This is great to observe, and it gets even better when you think about the implications.
If your thoughts influence your attraction, that means you have some power over who you’re attracted to, and whether you stay attracted to them.
So if you find yourself frequently attracted to partners who are hot and cold, who give inconsistent affection and validation to you, you aren’t just doomed to a lifetime of unstable relationships. You can instead use thought work to rewire your brain and create more attraction to someone you may otherwise find a little boring or unexciting.
(This is some of the most important work you can do in dating – and I’m offering a course on rewiring your dating brain in the Clutch later this summer, so keep an eye out if this sounds like you!)
Attraction in Relationships
Not only can you use thought work to shift your early relationship patterns, but you can also use it to revitalize a long term relationship.
It’s important to note here that I always recommend examining your motivations for doing this work.
I don’t recommend using thought work to make yourself attracted to someone you don’t WANT to be attracted to. To understand your motivations, you can always ask yourself “why do I want to grow my attraction to this person?”
Is it because you have scarcity thoughts about relationships and believe that this is your only option? Is it because you think SHOULD want to be attracted to them? Or is it because you value your emotional connection and want to create a stronger sexual one?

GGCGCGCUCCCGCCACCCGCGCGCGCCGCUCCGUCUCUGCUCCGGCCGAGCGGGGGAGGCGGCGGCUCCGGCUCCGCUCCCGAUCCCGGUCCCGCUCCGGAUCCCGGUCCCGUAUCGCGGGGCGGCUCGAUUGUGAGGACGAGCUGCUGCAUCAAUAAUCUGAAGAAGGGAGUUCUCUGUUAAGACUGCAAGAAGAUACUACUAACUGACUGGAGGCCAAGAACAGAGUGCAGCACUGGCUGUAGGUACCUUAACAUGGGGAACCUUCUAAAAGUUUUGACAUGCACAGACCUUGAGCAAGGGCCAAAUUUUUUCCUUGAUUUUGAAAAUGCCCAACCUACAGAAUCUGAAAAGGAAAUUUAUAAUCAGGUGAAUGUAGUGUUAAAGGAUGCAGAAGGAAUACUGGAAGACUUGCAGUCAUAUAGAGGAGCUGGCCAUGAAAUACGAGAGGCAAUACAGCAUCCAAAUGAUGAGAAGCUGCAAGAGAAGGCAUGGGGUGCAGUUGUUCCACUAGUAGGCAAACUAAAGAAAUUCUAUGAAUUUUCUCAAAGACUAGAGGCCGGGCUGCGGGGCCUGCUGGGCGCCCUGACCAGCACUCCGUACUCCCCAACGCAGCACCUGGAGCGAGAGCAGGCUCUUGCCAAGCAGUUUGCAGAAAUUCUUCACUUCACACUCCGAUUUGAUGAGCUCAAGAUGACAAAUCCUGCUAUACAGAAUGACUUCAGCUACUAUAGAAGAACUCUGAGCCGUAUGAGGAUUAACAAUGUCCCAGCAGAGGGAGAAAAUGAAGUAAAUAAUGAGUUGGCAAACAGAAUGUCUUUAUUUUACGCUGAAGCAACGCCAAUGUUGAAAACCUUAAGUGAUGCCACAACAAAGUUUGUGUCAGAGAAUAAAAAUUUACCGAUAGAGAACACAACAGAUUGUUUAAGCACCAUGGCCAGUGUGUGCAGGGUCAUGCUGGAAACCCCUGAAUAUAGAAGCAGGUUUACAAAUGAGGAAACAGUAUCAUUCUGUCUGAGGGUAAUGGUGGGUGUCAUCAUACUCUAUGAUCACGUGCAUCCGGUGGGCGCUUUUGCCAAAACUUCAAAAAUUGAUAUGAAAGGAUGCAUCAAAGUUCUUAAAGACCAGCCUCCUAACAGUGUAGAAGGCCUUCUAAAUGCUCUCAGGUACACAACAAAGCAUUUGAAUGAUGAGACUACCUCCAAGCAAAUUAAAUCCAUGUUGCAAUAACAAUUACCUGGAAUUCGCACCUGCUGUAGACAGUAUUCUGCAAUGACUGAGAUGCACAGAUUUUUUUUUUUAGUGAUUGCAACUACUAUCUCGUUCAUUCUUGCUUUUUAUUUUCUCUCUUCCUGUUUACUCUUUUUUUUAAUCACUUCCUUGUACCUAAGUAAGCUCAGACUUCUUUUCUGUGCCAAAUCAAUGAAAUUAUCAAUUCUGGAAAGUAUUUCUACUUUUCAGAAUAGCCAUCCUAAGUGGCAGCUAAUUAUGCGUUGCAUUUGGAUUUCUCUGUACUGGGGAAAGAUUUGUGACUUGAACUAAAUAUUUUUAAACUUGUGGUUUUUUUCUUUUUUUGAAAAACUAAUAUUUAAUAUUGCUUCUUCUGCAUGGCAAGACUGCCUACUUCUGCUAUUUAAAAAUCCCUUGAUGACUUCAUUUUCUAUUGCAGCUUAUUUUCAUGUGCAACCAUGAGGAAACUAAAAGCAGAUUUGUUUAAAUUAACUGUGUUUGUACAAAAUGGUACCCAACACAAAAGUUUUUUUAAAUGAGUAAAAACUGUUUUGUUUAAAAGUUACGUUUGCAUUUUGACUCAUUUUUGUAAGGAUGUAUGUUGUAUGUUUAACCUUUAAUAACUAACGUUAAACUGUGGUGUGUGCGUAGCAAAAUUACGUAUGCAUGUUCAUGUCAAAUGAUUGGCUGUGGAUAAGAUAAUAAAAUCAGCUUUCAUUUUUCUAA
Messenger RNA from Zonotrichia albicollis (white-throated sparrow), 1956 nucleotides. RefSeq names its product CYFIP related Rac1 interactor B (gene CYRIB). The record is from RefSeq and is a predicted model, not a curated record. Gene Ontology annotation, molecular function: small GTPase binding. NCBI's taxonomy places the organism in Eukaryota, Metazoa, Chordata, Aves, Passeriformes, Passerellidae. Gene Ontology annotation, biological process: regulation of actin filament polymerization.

If you decide that you like your reasons and are ready to create more desire, the solution is simple.
First, unpack your current thoughts about your partner and your sex life.
If things are feeling a little “stale,” you simply have to explore your current thoughts about your sex life.
For instance, if you are thinking “our sex life is boring” all the time, chances are YOU ARE CREATING your boring sex life by holding back, showing up without passion, and looking for evidence that the sex is boring. You may even be avoiding sex with your partner, or at the very least disincentivizing your brain from coming up with ways to spice up your sex life.
Once you pin down your current thoughts, then things can get really fun.
Because then, you can decide how you want to feel and practice alternate thoughts like “we can explore new things together” or “I can’t wait to touch them.” Think back to when you enjoyed sex with your partner – what were you thinking then? Those thoughts are available to you now.
When you do that, you are likely to create a more connected, exciting sex life.
Remember that your new thoughts don’t have to be extreme, like “my partner is the sexiest human who ever walked the earth.” Even neutral thoughts like “sex feels good once we get going” or “I’m willing to give this a try and see if I can get into it” can help.
The key here in all three phases of relationships is that you recognize that sexual attraction is not some mystical force outside of your understanding.
Whatever your current relationship to your sex life, your thoughts about sex (with other people or yourself!) can give you a huge amount of control over how you show up for the experience and what results you get.
Don’t believe the lie that it’s all biology and that you can’t do anything about it. Yes, there’s biology involved – but biology involves your brain, and vice versa.
Take control of your brain, and you’ll be amazed at how much power you have to improve the experience you have in your body too.